Fear of rejection is the main reason so many of these calls fail. A “Qualification Call” whether it is in person or by phone is nothing more than a way to introduce yourself and your business to a prospect. Yet even seasoned salespeople are intimidated by the tactic. Keep in mind, the last thing you want is to have a field sales person running around chasing smoke stacks without a prior phone call to, at the very least, determine if there is potential for the prospect to buy your products. This means that the qualification call should start on the phone. A personal qualification call should only be made if the information gained by the phone call determines that potential does exist. Inside sales can often be the driving force behind initial phone qualification. However, this does require training and support. It can also often evolve into a very proactive outcall program that supports new account development and market share growth.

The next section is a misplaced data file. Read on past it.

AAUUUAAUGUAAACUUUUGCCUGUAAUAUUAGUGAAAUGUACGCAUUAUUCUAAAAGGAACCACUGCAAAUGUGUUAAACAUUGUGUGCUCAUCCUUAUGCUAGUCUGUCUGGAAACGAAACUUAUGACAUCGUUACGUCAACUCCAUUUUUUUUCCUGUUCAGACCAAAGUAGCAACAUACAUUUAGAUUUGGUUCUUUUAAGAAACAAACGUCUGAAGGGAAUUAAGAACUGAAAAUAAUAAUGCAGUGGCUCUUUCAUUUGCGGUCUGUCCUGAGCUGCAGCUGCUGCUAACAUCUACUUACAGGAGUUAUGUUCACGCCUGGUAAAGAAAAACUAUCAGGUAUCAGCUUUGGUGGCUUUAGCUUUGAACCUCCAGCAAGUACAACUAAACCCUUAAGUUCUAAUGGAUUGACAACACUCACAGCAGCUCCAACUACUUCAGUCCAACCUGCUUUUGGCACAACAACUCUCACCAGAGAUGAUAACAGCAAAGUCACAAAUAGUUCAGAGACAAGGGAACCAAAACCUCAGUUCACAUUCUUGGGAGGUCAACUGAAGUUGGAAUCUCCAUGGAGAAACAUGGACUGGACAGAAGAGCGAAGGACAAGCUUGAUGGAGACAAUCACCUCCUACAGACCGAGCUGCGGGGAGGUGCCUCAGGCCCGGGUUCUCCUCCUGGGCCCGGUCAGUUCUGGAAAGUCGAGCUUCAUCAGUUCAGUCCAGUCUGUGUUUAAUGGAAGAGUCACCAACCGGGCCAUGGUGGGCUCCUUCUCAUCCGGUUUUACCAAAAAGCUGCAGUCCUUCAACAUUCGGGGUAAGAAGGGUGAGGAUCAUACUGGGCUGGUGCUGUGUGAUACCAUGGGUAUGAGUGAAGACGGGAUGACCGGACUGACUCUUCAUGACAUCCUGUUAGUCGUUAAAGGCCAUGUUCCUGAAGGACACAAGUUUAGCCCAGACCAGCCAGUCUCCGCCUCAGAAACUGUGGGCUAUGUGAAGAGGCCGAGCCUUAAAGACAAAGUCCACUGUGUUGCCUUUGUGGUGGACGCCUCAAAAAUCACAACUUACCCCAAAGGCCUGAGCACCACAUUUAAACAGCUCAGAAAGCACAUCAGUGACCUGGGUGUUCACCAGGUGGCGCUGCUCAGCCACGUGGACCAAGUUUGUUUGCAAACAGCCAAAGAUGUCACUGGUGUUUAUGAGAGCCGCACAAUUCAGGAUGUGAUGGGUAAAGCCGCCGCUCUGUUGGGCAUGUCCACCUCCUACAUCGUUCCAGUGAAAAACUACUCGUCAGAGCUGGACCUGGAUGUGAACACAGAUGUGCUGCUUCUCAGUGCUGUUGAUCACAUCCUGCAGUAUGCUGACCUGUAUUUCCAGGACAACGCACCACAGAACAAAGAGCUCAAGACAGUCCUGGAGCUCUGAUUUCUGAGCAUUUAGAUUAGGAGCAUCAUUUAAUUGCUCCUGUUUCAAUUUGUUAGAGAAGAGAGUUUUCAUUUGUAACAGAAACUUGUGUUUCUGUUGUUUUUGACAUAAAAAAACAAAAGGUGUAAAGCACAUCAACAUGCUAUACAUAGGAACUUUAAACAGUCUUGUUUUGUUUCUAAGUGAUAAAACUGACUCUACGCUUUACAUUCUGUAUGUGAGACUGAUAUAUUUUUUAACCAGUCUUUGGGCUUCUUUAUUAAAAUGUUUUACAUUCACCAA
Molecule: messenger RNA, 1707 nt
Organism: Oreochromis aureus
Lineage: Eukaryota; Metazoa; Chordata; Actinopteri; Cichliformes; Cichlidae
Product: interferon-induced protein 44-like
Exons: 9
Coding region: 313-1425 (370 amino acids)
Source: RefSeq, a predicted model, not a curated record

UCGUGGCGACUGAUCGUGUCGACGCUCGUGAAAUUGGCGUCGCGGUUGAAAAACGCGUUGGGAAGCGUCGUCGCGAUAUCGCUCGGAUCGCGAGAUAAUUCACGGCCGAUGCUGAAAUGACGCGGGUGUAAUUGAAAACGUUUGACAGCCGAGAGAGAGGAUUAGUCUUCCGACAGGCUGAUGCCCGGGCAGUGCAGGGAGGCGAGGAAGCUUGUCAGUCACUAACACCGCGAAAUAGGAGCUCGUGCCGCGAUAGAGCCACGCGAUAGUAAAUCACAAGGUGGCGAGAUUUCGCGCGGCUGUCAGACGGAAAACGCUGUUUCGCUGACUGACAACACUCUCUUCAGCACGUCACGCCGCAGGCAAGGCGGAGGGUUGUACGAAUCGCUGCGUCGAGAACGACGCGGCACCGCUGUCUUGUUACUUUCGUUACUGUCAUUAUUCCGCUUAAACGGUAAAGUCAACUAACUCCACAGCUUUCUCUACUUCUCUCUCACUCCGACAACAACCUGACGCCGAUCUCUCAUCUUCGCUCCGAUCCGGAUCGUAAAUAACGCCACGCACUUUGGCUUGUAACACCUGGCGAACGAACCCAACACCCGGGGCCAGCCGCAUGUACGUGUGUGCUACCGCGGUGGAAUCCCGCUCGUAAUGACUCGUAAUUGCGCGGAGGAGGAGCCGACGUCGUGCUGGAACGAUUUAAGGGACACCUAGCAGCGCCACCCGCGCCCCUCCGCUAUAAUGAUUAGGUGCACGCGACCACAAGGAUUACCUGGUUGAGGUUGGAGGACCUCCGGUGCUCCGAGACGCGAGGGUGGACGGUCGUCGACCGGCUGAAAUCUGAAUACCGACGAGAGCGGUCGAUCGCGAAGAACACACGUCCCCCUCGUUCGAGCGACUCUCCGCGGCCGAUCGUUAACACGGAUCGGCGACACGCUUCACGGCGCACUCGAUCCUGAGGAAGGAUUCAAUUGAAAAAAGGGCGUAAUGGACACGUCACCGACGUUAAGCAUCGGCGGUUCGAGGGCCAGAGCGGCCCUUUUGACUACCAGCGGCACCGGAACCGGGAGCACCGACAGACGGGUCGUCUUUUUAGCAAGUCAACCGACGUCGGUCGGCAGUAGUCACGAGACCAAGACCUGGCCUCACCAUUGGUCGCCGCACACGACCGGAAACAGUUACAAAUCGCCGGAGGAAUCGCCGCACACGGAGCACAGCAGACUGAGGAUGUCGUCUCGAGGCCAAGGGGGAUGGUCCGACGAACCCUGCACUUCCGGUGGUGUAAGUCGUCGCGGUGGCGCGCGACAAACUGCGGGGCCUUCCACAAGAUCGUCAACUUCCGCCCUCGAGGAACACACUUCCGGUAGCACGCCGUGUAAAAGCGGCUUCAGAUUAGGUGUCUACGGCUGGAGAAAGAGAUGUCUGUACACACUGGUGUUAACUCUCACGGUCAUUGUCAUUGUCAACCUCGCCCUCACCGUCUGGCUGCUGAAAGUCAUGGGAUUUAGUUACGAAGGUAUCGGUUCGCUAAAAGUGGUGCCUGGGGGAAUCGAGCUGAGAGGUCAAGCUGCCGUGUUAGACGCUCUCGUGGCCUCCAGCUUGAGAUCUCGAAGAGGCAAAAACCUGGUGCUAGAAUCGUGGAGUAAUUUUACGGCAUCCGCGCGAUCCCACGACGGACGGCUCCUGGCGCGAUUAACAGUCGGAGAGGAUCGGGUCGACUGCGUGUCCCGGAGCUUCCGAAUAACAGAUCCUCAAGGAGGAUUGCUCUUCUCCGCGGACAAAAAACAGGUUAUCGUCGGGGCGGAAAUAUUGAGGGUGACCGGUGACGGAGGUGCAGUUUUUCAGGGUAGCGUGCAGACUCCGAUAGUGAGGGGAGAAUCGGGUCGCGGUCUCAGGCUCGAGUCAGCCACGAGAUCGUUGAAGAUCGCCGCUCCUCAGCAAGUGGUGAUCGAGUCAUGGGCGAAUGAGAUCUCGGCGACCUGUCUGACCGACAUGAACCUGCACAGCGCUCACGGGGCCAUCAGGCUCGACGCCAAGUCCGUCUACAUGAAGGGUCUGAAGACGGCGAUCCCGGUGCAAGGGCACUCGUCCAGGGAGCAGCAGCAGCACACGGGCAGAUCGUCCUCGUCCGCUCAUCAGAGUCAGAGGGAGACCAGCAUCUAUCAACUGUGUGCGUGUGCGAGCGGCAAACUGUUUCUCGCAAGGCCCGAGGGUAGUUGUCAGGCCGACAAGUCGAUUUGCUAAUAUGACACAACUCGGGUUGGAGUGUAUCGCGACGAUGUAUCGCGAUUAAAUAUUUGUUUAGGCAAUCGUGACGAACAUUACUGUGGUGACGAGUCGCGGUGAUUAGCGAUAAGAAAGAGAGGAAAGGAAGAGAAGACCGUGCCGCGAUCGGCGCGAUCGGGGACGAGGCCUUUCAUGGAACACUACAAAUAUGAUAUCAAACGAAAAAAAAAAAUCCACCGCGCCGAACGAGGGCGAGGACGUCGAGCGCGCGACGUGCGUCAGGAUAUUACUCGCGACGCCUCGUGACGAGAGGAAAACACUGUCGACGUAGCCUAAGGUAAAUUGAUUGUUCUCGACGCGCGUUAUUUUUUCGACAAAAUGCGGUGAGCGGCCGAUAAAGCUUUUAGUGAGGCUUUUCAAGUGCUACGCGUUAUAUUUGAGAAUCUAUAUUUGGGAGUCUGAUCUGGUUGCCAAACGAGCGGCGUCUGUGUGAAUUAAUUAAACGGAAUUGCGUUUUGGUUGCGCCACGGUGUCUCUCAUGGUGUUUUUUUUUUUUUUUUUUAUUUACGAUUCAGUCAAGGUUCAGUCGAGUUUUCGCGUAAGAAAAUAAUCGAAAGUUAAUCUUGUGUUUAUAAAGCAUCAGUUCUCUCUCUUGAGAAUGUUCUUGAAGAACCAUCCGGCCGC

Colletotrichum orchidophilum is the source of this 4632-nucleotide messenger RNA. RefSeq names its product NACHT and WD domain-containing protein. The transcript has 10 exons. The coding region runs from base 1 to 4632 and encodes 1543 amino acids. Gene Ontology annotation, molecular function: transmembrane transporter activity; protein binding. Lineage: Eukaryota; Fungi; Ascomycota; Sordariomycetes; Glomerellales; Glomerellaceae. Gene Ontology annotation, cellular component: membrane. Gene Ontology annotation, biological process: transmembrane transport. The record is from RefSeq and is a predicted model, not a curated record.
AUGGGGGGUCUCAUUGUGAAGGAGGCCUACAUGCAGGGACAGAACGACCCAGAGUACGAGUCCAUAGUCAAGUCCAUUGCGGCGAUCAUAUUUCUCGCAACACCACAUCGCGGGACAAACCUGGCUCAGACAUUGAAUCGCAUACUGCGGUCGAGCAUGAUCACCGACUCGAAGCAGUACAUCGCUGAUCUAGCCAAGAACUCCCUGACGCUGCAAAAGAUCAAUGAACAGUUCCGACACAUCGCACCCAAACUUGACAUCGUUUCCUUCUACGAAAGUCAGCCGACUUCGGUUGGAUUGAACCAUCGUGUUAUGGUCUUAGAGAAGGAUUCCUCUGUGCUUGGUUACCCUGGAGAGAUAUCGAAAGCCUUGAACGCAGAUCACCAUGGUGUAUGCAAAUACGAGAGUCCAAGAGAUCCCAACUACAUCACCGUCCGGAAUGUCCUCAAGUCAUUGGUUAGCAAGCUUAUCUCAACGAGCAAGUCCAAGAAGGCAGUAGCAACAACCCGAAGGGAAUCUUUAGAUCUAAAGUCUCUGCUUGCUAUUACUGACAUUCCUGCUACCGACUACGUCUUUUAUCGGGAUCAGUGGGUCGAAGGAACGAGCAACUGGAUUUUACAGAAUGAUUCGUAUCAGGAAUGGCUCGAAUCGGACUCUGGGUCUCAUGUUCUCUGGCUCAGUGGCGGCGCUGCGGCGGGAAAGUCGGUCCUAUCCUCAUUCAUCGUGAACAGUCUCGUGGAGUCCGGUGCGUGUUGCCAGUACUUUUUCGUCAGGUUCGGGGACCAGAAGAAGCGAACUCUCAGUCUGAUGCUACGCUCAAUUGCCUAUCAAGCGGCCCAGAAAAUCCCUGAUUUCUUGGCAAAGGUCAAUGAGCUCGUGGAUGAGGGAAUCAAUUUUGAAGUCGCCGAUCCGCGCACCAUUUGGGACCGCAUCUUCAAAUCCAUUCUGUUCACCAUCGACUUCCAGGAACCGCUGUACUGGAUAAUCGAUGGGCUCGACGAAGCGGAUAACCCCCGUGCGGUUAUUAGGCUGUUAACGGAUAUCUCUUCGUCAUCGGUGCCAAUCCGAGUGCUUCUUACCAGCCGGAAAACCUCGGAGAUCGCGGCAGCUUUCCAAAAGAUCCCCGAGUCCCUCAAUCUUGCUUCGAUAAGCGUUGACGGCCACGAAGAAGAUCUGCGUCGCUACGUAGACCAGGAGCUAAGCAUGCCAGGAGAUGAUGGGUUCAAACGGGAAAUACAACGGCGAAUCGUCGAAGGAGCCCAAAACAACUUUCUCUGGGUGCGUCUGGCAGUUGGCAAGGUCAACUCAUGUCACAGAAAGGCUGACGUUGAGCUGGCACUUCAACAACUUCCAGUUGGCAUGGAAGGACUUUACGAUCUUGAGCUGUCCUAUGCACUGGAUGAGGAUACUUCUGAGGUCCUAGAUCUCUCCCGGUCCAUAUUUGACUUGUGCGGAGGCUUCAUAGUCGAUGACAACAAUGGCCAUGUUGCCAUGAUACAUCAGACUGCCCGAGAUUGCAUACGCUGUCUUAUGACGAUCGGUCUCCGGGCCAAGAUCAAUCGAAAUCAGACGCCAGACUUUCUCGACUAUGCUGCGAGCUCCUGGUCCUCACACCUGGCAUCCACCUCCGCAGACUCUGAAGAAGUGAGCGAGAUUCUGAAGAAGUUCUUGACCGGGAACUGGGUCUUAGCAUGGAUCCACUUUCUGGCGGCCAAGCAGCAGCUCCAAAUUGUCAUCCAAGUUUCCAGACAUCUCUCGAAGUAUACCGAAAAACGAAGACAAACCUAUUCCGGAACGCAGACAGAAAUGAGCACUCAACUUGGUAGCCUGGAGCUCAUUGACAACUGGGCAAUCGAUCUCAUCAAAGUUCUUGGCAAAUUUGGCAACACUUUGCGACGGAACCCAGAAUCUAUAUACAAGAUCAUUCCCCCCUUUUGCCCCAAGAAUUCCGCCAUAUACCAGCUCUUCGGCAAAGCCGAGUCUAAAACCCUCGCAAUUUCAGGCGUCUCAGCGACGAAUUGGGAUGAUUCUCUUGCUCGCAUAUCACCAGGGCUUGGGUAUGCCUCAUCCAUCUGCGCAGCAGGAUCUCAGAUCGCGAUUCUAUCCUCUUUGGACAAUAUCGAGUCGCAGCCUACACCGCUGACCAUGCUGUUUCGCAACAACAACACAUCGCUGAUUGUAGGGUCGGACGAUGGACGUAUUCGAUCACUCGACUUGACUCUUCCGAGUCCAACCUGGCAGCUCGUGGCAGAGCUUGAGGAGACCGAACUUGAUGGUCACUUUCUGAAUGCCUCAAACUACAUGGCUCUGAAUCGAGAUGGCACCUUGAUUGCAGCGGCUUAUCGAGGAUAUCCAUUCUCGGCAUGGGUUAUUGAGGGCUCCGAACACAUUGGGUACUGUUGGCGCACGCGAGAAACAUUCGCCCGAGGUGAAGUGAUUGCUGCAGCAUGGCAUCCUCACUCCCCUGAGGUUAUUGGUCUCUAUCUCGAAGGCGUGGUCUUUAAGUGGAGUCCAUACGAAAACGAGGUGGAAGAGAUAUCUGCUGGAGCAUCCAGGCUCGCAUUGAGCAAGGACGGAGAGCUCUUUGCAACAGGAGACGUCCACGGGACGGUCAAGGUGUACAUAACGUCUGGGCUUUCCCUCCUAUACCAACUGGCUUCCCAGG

http://www.ceostrategist.com – Sign up to receive “The Howl” a free monthly newsletter that addresses real world industry issues. – Straight talk about today’s issues. Rick Johnson, expert speaker, wholesale distribution’s “Leadership Strategist”, founder of CEO Strategist, LLC a firm that helps clients create and maintain competitive advantage. Need a speaker for your next event, E-mail rick@ceostrategist.com . Don’t forget to check out the Lead Wolf Series that can help you put more profit into your business. E-mail rick@ceostrategist.com for your special Howl discount order form.